- Posted by: Canterbury Labour
- Category: Latest News
This evening Canterbury City Council united to condemn the actions of Southern Water following a summer of unauthorised sewage discharges on the coast. The final wording of the motion also saw the council concede to four out of the five demands made by Labour Councillors at the SOS Whitstable protest in early October and published on local blog site Whitstable views earlier.
The concessions secured by Labour will see SOS Whitstable engaged in the development of response plans when sewage is discharged and their opinion taken on how signage and water quality testing can be improved. The council is also going to review its approach to sustainable drainage plans with councillors across the house making it clear that they believed we should not be granting planning permission until developers have shown they are able to deal with waste water created by the site.
“I thank Cllr Clark for the opportunity to improve this motion” said Cllr Chris Cornell, Labour’s spokesman on Coastal Issues. “In it’s new form, the motion clearly expresses our dismay at the actions of Southern Water and applies pressure on central government to better regulate the industry – it is a win for local campaign groups and involves some very practical things the council can do to ensure residents feel safer in our seas”.
Local councillors are now working to arrange a meeting with local water users and council officers. They will be collecting and circulating best practice examples for the planning team as they update the council’s planning framework.
A full text of the motion to council is shown below
‘This Council finds Southern Water’s repeated discharges of untreated sewage to be deplorable.
The recent discharges in and near to bathing waters not only risk harm to both people and our marine ecology, but also cause significant damage to the district’s reputation as a safe and vibrant coastal destination, with economic consequences that will be felt by our businesses during this vital window of recovery following successive Covid-19 lockdowns.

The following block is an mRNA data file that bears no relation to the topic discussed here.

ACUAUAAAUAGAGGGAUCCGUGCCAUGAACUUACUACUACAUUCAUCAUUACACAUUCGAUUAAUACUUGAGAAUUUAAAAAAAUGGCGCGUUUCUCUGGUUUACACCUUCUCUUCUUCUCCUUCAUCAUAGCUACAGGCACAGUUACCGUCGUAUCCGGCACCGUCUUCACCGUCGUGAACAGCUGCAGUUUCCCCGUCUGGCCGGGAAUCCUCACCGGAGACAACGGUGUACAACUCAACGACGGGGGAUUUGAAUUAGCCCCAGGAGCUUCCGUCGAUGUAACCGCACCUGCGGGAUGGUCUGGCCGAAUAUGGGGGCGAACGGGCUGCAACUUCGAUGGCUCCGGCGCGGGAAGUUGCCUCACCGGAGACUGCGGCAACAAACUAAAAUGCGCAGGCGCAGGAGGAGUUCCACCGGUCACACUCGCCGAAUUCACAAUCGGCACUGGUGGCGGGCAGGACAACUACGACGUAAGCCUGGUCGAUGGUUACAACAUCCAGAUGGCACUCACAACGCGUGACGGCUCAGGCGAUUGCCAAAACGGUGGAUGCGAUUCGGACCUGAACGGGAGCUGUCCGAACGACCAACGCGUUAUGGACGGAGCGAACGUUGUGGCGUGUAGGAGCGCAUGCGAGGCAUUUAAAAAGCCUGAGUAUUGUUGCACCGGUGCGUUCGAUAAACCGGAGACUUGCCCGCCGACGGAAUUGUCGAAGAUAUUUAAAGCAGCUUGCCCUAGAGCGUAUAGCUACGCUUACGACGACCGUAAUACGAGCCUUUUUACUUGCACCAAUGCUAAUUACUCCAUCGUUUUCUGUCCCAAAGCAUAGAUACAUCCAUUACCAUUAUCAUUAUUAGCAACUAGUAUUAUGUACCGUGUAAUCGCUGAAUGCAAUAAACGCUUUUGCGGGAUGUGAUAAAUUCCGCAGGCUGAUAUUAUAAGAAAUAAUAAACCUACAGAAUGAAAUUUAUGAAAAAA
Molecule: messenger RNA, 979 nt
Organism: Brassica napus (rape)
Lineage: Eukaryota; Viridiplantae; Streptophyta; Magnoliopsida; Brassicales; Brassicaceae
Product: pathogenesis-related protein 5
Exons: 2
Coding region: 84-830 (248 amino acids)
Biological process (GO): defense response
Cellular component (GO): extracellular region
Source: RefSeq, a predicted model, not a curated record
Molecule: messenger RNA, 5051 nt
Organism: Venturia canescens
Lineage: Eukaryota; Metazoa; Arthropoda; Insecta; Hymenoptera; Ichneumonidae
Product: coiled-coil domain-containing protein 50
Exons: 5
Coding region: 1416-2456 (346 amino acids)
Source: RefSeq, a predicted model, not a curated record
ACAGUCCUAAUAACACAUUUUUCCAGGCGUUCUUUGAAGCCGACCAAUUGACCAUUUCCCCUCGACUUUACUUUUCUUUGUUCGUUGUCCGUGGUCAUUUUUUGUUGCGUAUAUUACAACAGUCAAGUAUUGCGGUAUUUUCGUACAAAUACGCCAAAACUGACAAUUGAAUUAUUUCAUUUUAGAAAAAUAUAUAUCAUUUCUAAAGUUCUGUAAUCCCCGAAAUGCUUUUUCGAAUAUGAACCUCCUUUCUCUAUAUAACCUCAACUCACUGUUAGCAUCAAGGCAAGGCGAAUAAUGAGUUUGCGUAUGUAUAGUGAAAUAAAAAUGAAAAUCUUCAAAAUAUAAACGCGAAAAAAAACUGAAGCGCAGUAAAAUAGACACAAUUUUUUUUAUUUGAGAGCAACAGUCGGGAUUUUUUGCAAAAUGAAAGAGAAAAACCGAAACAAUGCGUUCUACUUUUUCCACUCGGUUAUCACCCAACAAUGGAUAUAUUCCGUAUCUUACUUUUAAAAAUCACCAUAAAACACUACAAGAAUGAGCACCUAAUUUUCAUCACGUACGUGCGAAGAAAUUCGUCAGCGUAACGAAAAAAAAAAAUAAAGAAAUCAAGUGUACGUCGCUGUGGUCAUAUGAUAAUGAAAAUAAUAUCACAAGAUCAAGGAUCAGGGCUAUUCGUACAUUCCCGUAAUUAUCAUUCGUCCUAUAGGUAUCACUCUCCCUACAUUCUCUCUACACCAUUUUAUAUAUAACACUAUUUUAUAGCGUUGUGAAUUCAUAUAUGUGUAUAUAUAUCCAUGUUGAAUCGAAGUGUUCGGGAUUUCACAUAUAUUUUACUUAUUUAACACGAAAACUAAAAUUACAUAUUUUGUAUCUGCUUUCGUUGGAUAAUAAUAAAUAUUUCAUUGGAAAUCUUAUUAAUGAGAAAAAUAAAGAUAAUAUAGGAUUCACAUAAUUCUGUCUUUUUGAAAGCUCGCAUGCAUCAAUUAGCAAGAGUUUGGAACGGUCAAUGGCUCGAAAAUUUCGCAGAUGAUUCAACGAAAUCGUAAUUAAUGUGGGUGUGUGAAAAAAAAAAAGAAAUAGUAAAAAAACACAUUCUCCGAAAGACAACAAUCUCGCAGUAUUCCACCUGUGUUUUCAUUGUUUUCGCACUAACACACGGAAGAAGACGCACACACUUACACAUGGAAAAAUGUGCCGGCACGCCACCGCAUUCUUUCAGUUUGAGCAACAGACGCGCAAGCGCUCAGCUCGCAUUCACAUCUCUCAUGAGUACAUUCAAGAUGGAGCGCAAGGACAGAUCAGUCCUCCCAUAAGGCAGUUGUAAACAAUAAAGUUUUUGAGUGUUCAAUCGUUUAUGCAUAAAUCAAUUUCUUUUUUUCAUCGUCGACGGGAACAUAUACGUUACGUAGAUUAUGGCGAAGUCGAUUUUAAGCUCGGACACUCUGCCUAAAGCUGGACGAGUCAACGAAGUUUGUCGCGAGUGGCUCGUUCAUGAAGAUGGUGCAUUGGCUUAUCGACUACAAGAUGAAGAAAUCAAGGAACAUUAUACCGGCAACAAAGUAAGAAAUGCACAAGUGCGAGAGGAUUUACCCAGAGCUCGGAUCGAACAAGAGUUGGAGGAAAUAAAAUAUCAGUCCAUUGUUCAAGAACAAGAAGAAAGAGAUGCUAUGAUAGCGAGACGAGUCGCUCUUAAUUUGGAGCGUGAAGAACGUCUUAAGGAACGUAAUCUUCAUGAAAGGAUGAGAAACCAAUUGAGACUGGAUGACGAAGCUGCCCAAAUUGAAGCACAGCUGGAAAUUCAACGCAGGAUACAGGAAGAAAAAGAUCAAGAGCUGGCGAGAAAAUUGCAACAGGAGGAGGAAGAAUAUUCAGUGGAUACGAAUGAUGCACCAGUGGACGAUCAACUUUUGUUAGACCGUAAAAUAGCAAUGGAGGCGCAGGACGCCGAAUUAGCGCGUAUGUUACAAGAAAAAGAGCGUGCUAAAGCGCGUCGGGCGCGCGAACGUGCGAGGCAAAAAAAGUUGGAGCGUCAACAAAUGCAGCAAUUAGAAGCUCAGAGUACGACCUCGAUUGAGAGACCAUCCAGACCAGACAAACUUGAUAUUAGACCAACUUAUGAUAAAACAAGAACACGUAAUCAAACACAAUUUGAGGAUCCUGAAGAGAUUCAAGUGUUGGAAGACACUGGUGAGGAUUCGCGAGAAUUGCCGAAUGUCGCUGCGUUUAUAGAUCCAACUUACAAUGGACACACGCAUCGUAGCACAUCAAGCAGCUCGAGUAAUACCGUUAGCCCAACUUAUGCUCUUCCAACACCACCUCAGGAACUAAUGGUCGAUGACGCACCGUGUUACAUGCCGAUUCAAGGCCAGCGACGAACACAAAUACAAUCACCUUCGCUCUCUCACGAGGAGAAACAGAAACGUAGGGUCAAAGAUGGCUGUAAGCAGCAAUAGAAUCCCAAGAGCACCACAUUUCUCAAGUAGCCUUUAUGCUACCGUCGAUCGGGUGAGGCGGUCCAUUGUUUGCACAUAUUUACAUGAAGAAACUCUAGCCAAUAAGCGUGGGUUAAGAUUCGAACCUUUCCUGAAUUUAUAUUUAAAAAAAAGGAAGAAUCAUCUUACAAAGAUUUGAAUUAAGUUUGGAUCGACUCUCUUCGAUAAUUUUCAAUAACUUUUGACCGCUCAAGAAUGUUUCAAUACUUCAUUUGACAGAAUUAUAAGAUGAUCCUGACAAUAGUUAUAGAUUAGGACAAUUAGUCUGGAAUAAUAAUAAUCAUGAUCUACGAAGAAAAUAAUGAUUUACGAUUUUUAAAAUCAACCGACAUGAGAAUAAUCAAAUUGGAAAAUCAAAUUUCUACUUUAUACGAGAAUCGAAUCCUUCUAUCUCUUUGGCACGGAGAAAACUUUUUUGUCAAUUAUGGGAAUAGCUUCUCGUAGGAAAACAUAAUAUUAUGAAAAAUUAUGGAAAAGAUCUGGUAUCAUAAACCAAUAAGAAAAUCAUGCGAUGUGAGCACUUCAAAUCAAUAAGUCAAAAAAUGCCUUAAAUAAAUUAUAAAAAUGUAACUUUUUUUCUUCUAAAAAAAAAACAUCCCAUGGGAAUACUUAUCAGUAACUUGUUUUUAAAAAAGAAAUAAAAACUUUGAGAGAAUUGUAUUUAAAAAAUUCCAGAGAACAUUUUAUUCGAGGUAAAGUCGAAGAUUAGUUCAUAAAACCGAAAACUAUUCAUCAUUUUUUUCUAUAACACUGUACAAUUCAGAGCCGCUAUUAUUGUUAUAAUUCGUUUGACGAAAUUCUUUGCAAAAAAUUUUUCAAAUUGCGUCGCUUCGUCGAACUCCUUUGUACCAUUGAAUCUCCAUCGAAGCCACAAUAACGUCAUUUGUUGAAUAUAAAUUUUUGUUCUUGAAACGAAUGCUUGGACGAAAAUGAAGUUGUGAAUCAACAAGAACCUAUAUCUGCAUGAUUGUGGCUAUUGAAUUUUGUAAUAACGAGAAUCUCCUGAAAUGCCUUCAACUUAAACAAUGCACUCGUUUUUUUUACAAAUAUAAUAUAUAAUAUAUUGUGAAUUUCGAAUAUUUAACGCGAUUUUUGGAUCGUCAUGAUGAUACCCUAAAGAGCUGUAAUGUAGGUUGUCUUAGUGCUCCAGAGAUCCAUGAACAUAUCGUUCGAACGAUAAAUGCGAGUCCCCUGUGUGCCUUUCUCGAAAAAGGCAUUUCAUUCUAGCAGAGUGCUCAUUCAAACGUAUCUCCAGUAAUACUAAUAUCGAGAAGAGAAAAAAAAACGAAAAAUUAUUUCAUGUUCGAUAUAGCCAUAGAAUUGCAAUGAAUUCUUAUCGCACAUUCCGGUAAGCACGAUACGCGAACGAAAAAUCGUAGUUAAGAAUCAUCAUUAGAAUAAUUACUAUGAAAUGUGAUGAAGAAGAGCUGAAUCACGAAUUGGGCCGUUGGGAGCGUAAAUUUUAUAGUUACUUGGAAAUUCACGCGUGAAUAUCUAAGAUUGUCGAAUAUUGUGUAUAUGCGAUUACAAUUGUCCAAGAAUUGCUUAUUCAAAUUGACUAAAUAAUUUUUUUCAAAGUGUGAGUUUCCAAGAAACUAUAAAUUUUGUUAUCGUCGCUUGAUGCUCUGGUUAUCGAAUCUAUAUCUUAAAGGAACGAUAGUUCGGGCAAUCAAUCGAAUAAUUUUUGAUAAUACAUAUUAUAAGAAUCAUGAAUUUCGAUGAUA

We call upon Southern Water to report to this Council’s Community Committee to answer questions from Councillors and the public on how these matters will be addressed.
We also call upon Southern Water to respond to future planning applications seeking connection to the sewers fully and frankly, so that this Council’s planning officers and planning committee are fully informed and able to seek to protect the public interest when taking decisions.
In our Council’s review of the Local Plan it will undertake to include a review of Policy CC11 (Sustainable Drainage Provision) to ensure that it comprehensively addresses the long term management and maintenance of Sustainable Drainage Systems.
Furthermore, while combined sewer overflows are a legally allowed method that leads to sewage entering the sea, the system is archaic and socially unacceptable. We call upon the relevant Government department to create a legally enforceable timetable and plan to split surface water from foul water so our rivers and coast being polluted is not the default response to heavy rain or equipment failure.
The Leader of this Council, along with the Leaders of the Labour and Liberal Democrat groups and the Chief Executive, will write to the Environment Agency to outline their concerns and seek that immediate action be taken to prevent further unnecessary incidents.
The above will also write to the Secretary of State, highlighting the continued underinvestment by Southern Water and seeking a Government commitment to resolve this situation. This includes the need for urgent upgrading of the Canterbury Waste Water Treatment Works in order to reduce nutrient levels in treated wastewater discharged to the Stour and the investment/upgrades required at Swalecliffe Treatment Works and Herne Bay Waste Water Treatment Works to mitigate discharges to sea via the SSSIs at Long Rock and Reculver Country Park, respectively.
This council will task its Seaside Byelaws Working Group to prepare a new chapter on Bathing Water Quality as part of its Coastal Management Plan. They will consult and work with local businesses and water users on ways it can improve signage and our response to sewage discharges.
Finally, this council will seek to improve the reporting of waste water and sewage releases with other interested agencies to ensure that residents are given access to more accurate and timely information about environmental conditions along our coastline.’